Thing is, I often wonder why Apple didn’t just buy Yahoo, as an instant user base for services that Apple has struggled to provide. Yahoo’s weather (itself sourced from God knows where) was the back end of the Weather app in the iPhone for time out of mind anyway (not to deny Yahoo credit for a very nice free-standing weather app themselves). Yahoo was the first and at the time only provider of push-enabled mail on the original iPhone. Everyone in Gen X has a Yahoo account, even if they haven’t logged into it in years. Yahoo was perfect Google insurance for Apple, at a time when the name still had a little cachet. But Apple apparently isn’t interested – the service offerings are still only what’s necessary to sell hardware, and search isn’t their thing, so Yahoo winds up under VZW.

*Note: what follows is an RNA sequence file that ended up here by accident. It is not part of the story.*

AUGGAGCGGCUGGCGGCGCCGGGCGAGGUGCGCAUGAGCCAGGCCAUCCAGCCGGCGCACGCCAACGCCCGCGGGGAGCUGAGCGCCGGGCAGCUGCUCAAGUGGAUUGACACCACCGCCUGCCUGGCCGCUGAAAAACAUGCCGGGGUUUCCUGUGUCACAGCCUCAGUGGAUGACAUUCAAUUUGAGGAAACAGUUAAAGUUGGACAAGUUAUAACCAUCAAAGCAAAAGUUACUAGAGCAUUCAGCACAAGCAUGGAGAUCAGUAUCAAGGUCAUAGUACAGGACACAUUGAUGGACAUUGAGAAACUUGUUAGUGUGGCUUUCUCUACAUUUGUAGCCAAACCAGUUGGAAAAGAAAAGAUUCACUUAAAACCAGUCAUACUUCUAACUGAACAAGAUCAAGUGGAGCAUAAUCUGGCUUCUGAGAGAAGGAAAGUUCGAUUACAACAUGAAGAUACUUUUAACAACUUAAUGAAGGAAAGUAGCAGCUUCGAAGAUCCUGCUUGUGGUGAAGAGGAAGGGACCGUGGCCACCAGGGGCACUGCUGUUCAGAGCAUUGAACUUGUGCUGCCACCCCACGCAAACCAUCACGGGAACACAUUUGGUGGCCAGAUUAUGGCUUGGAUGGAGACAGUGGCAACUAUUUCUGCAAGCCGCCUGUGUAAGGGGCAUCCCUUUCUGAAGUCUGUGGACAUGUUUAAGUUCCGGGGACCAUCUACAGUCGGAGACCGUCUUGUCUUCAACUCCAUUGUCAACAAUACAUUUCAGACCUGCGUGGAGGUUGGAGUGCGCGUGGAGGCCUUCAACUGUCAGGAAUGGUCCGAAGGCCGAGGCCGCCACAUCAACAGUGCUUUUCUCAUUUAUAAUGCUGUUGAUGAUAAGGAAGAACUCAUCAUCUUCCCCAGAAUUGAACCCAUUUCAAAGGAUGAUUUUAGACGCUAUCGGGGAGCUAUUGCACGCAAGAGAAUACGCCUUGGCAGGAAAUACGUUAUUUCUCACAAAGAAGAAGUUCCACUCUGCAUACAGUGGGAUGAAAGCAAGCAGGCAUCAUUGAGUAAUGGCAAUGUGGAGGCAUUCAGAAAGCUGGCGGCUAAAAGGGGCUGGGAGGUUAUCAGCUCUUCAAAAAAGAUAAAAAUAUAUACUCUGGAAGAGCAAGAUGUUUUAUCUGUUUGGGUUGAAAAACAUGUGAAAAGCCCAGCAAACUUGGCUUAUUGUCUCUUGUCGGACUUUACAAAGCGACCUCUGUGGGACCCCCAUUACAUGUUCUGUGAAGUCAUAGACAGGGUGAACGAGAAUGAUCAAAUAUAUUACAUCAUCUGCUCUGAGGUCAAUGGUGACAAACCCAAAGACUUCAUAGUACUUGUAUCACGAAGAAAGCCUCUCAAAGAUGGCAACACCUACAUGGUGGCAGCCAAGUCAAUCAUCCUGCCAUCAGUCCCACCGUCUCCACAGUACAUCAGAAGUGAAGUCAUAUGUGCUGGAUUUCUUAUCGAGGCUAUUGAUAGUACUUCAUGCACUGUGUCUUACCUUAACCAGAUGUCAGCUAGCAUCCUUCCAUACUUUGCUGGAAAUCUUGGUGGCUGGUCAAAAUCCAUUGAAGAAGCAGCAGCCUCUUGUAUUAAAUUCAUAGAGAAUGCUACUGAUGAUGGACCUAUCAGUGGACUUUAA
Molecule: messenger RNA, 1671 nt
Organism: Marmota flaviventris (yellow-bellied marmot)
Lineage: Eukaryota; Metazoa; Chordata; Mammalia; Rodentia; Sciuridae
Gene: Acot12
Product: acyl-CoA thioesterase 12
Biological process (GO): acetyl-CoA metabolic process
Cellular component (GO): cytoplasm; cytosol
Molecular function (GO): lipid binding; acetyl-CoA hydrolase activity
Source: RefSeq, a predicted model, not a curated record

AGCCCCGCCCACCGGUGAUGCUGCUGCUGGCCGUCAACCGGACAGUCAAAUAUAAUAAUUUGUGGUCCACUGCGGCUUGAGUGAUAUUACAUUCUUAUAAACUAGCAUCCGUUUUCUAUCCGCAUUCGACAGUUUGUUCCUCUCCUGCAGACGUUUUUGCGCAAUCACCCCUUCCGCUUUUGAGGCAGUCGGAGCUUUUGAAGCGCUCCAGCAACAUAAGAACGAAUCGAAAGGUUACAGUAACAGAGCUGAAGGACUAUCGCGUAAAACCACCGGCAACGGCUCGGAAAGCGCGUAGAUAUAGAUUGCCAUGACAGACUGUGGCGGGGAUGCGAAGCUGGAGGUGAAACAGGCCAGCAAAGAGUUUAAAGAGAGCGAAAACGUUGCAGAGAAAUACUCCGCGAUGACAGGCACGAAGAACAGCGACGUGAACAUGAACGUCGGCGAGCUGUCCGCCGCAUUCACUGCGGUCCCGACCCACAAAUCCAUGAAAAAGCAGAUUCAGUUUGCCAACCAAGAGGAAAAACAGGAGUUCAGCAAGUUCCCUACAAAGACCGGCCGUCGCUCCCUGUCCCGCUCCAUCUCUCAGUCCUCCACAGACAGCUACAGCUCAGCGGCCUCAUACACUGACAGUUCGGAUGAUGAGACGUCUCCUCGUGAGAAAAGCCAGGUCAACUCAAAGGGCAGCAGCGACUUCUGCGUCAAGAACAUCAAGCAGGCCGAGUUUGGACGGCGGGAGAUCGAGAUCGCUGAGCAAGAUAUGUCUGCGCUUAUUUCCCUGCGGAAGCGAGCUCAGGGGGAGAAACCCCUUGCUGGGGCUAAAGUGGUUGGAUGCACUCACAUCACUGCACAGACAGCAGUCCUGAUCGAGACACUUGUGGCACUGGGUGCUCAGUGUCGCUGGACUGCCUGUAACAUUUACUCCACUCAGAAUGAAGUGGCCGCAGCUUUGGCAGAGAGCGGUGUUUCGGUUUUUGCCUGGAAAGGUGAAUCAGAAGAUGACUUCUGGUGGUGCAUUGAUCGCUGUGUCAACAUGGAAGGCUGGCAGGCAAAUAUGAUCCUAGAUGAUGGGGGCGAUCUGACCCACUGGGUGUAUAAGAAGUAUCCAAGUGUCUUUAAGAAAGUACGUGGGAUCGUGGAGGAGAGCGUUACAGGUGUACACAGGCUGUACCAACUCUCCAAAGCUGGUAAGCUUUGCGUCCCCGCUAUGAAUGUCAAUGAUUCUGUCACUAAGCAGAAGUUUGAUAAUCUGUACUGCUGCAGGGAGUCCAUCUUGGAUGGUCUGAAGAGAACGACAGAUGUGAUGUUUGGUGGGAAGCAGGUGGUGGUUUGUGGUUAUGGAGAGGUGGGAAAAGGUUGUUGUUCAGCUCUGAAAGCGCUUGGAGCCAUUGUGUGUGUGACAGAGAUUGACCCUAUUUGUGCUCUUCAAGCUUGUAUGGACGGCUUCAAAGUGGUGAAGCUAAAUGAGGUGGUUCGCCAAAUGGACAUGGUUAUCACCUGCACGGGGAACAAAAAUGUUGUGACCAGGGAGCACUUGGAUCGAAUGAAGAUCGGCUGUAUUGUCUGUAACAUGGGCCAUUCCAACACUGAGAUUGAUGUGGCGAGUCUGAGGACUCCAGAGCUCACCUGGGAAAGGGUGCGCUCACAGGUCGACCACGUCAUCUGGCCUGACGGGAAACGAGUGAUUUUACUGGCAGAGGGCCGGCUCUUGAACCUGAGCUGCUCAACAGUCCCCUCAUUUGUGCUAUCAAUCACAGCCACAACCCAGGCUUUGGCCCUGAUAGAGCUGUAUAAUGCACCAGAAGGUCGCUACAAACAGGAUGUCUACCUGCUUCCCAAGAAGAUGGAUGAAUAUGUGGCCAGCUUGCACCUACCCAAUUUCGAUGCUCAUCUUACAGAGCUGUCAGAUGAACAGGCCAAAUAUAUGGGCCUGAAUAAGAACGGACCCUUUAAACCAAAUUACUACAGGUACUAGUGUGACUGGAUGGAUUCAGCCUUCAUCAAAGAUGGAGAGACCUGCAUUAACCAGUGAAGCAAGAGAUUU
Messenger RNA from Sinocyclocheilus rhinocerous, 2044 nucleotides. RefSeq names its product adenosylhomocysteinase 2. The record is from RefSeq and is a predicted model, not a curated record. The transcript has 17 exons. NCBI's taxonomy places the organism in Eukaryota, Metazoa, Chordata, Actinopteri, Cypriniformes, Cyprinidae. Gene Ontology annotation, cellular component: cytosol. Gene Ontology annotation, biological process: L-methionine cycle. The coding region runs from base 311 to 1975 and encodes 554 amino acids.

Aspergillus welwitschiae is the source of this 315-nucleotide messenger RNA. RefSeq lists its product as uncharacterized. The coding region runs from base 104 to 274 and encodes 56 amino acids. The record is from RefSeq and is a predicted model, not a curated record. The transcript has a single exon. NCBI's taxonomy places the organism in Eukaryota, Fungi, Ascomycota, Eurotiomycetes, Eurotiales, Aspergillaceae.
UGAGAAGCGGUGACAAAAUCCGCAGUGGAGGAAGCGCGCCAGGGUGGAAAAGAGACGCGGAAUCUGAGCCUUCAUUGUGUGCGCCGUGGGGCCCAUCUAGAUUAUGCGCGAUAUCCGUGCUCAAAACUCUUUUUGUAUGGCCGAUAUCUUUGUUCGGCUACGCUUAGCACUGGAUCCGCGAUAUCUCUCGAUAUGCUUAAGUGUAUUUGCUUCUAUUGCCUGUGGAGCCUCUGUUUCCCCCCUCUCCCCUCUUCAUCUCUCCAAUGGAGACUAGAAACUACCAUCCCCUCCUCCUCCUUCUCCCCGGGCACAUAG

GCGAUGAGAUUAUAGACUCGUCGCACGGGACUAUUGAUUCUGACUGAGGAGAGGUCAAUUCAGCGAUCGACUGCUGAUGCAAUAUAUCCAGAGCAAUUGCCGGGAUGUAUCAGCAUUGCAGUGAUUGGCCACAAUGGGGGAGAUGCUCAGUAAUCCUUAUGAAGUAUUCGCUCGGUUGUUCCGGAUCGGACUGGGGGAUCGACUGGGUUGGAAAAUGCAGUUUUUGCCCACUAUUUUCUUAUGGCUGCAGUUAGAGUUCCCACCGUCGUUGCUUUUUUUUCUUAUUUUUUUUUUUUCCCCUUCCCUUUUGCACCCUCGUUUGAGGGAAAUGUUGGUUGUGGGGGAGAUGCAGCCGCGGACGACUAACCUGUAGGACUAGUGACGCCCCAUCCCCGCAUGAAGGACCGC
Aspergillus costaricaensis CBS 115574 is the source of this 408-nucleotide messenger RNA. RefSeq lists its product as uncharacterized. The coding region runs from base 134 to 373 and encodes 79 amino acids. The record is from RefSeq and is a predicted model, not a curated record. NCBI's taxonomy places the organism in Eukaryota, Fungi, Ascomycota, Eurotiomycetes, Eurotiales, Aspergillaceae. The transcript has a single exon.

But Yahoo let itself get lapped by Google, mostly because of AdWords – the one true innovation on which Google is built is better and more precise advertising than anyone else was able to muster, and it let them club Yahoo to death with simplicity. Meanwhile, Yahoo struggled to provide meaningful content – it wanted to be a media company but couldn’t produce any media people wanted to consume. That’s where Tumblr came in – but that wasn’t nearly enough. Millenial Livejournal wasn’t going to save Yahoo. Maybe if they’d bought Twitter instead…but that didn’t happen either. They could have turned their guns on trying to be the Facebook alternative that offered granularity and didn’t gorge itself on your personal information. Instead, we got Yahoo 360 and Yahoo Meme and Yahoo Buzz, and unlike Google Buzz or Google Wave or Google Latitude or Google Reader (still mad) or Google+ or half a dozen other things, Yahoo didn’t have the cash cow and resources to keep throwing unlimited shit at the wall until something stuck.